An Autosomal: Recessive disorder: Both parents are unaffected carriers of a mutant gene. Each of their children has a 25% chance of inheriting the mutant gene from both & having the disorder. X-linked recessive: Mom carries a defective gene on one of her X chromosomes. Each son has a 50% chance of inheriting the X chromosome with the mutant gene & having the disorder; each daughter, 50% of being a carrier. ...Read more

17

17
How does a person inherit the color blindness disorder?

Mutations (changes) : Changes in genes (regulatory elements) in every cell are inherited and may affect color vision. Thede changes are statistically much more significantt in males than females because the latter often have normal color vision genes to compensate. Inhered color blindness thus is more common in males, but color deficit also can result from some eye diseases, in either sex. ...Read more

18

18
Does karyotype of person with color deficiency change?

Does karyotype of person with color deficiency change?

No: Color deficiency is due to a change in the DNA strand. It is not a chromosomal (karyotype) issue. Downs, for instance, is a karyotype problem from an excess of one more chromosome 21s. You cannot tell color deficiency by counting chromosomes or looking for broken chromosomes. ...Read more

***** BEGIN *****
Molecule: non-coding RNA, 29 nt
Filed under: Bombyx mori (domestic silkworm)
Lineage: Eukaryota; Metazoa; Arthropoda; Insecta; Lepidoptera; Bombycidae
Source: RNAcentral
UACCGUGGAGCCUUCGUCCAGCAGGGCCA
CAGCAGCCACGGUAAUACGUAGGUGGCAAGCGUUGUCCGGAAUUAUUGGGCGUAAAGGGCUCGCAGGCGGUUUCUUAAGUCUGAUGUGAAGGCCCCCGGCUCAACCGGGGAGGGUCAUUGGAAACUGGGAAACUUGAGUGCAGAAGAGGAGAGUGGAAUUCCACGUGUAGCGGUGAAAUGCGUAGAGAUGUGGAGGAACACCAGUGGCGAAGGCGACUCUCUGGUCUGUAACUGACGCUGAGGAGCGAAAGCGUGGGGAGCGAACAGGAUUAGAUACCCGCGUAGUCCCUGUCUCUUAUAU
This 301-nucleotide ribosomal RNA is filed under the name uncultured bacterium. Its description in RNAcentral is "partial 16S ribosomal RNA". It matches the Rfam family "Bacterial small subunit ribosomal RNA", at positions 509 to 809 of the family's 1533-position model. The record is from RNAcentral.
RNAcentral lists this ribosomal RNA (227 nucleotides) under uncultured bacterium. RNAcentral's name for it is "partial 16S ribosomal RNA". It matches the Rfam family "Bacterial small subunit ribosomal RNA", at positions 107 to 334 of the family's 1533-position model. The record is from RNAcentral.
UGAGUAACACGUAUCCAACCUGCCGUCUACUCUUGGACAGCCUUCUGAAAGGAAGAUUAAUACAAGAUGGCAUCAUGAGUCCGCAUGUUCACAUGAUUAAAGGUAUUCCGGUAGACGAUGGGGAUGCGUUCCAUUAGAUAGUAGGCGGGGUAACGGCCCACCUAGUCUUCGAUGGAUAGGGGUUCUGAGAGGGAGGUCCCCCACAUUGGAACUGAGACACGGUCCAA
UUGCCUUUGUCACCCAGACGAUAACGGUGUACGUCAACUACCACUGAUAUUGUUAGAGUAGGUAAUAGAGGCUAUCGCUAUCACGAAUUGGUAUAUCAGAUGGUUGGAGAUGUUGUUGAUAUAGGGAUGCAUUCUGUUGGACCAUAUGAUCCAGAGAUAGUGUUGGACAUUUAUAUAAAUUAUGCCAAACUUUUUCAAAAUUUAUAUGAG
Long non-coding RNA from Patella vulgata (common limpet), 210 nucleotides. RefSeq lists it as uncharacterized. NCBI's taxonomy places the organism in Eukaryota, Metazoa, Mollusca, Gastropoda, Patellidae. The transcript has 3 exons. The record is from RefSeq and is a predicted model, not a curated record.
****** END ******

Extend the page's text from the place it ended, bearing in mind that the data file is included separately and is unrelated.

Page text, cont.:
19

19
Why am i color blind? What is the cause of color blindness? No one in my family has the gene that causes color blindness.

Blame your Mom: If you have red-green color deficiency, then you carry a defective x-chromosome which you got from your mom (i assume you are a male). Your mom was a carrier so she was color normal and you had a 50% chance of getting the abnormal x from her. So in fact someone in your family, mom, had the gene. ...Read more

See 1 more doctor answer
Dr. Damien Luviano
64 doctors shared insights

Blindness (Definition)

Vision impairment and blindness are conditions in which a person cannot see well or see at all, even with glasses or contact lenses. If a person's best vision (with correction) out of either eye is only 20/70 - 20/200, he is impaired. If he can see no better than 20/200 or his visual field is no more than 20 degrees (severe "tunnel" vision), ...Read more


Dr. Tim Conrad
443 doctors shared insights

Loss Of Vision (Definition)

Loss of vision reflects the inability to perceive images. Such a phenotype can be due to occlusive or barriers to light (e.g. cataracts) through retinal alterations (e.g. wet macular degeneration) to optic nerve lesions (e.g. from a pituitary adenoma) to central nervous system ...Read more